|Publication number||US5442492 A|
|Application number||US 08/085,069|
|Publication date||Aug 15, 1995|
|Filing date||Jun 29, 1993|
|Priority date||Jun 29, 1993|
|Publication number||08085069, 085069, US 5442492 A, US 5442492A, US-A-5442492, US5442492 A, US5442492A|
|Inventors||Earl A. Cunningham, Joe M. Poss|
|Original Assignee||International Business Machines Corporation|
|Export Citation||BiBTeX, EndNote, RefMan|
|Patent Citations (24), Non-Patent Citations (10), Referenced by (38), Classifications (18), Legal Events (5)|
|External Links: USPTO, USPTO Assignment, Espacenet|
1. Field of the Invention
The invention relates generally to a method and apparatus for data recovery when readback error is detected in a direct access storage device (DASD), and more particularly to a method and apparatus for data recovery in a DASD of the type utilizing a magnetoresistive (MR) transducer head and partial-response (PR) data detection.
2. Description of the Prior Art
Computers often include auxiliary memory storage units having media on which data can be written and from which data can be read for later use. Disk drive units incorporating stacked, commonly rotated rigid magnetic disks are used for storage of data in magnetic form on the disk surfaces. Data is recorded in concentric, radially spaced data information tracks arrayed on the surfaces of the disks. Transducer heads driven in a path toward and away from the drive axis write data to the disks and read data from the disks. Various data recovery procedures (DRP's) are known in the art for use when error is detected in the readback of data from the disks.
The combination of magnetoresistive (MR) head technology and other commonly known phase error mechanisms, with the partial-response (PR) data channel has caused a pattern sensitivity problem concerning the reading of repeating patterns from the disk drive. An MR transducing head exhibits a change in resistance when in the presence of a changing magnetic field. This resistance change is transformed into a voltage signal by passing a constant current through the MR element. The value of DC voltage for a given head is the product of the constant bias current and the total resistance between the head lead terminals. The MR voltage readback signal is sampled by an analog-to-digital converter (ADC). DC offset and distortions in the MR voltage readback signal cause the sampled A/D values to be amplitude shifted from their ideal values. For the PR channel, the ideal ternary amplitude values are either +1, 0 or -1 levels. Small amplitude shifts in the ternary levels are to be expected. However, if the amplitude shifts occur on the ternary levels in a repeating pattern, the amplitude shifted ADC samples will cause reduced margin in the detector, timing loop, and gain loop algorithms.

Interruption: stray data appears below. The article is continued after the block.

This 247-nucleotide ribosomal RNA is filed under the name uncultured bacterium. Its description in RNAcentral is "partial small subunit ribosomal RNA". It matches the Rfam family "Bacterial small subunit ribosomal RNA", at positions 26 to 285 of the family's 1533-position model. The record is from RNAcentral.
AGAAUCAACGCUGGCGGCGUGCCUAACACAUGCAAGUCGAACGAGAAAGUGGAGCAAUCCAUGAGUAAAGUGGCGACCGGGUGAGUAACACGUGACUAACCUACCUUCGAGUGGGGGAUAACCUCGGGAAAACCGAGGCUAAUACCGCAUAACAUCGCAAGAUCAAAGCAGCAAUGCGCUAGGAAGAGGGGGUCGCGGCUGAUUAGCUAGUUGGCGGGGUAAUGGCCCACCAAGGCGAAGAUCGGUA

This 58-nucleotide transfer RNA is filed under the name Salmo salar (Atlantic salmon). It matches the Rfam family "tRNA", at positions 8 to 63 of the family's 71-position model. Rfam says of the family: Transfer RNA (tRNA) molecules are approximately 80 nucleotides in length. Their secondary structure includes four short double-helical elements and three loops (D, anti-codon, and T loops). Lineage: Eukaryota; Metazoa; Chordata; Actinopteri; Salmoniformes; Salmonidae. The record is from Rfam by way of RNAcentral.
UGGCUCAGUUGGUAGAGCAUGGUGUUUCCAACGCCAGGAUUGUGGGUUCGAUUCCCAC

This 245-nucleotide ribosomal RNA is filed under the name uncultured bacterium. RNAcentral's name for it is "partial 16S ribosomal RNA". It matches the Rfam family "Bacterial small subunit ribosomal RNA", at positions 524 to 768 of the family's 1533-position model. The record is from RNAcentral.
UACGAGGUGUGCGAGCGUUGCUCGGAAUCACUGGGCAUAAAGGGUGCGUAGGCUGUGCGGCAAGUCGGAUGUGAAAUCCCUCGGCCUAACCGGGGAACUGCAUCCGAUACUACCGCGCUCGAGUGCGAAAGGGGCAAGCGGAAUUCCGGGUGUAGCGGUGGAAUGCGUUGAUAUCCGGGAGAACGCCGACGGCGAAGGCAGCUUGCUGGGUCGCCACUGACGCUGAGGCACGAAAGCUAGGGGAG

When an MR head reads back a low frequency pattern, the large amplitude can excite instabilities that are not excited when the head reads a high frequency pattern of lower amplitude. This can result in a net phase shift of the low frequency pattern, while not shifting the high frequency pattern. This phase error in combination with other known timing errors such as electronic channel phase error and incorrect setting of write precompensation values can result in a significant timing shift between repeated patterns of high and low frequencies. Such a stress pattern is called a B6E8 stress pattern in the described system. In this system, a B6 hex code for a customer byte is encoded into the codeword 101101101. Given the proper state of the encoder, this is recorded with a single pulse for each adjacent pair of ones, and these pulses alternate signs. Thus repeated bytes of this pattern results in a readback waveform with a period of six clock cells. The E8 customer byte results in the codeword 011011011. This appears as just a shifted version of the previous word; however, with the change in state of the encoder from having a single unpaired one at the end of the B6 codeword before the E8 codeword, the written pattern is changed. In this case the adjacent ones in the pattern are written with two closely spaced pulses of opposite polarity, resulting in one sample at +1 and one sample at -1. Thus the period of the wave is 3 clock cells as can be seen in FIG. 6. This pattern is twice the frequency of the previous codeword. This pattern is used as the high frequency and the previous pattern as the low frequency. This high frequency pattern also has write precompensation on one of each pair of pulses, whereas the low frequency pattern does not. Thus any error in the value of the write precompensation also induces a phase error, or timing difference between the patterns. The total error can be expressed in nanoseconds. This total timing error drives the timing loop to swing back and forth between the phases of each pattern, and the transient behavior produces some overshoot which adds to the maximum timing error.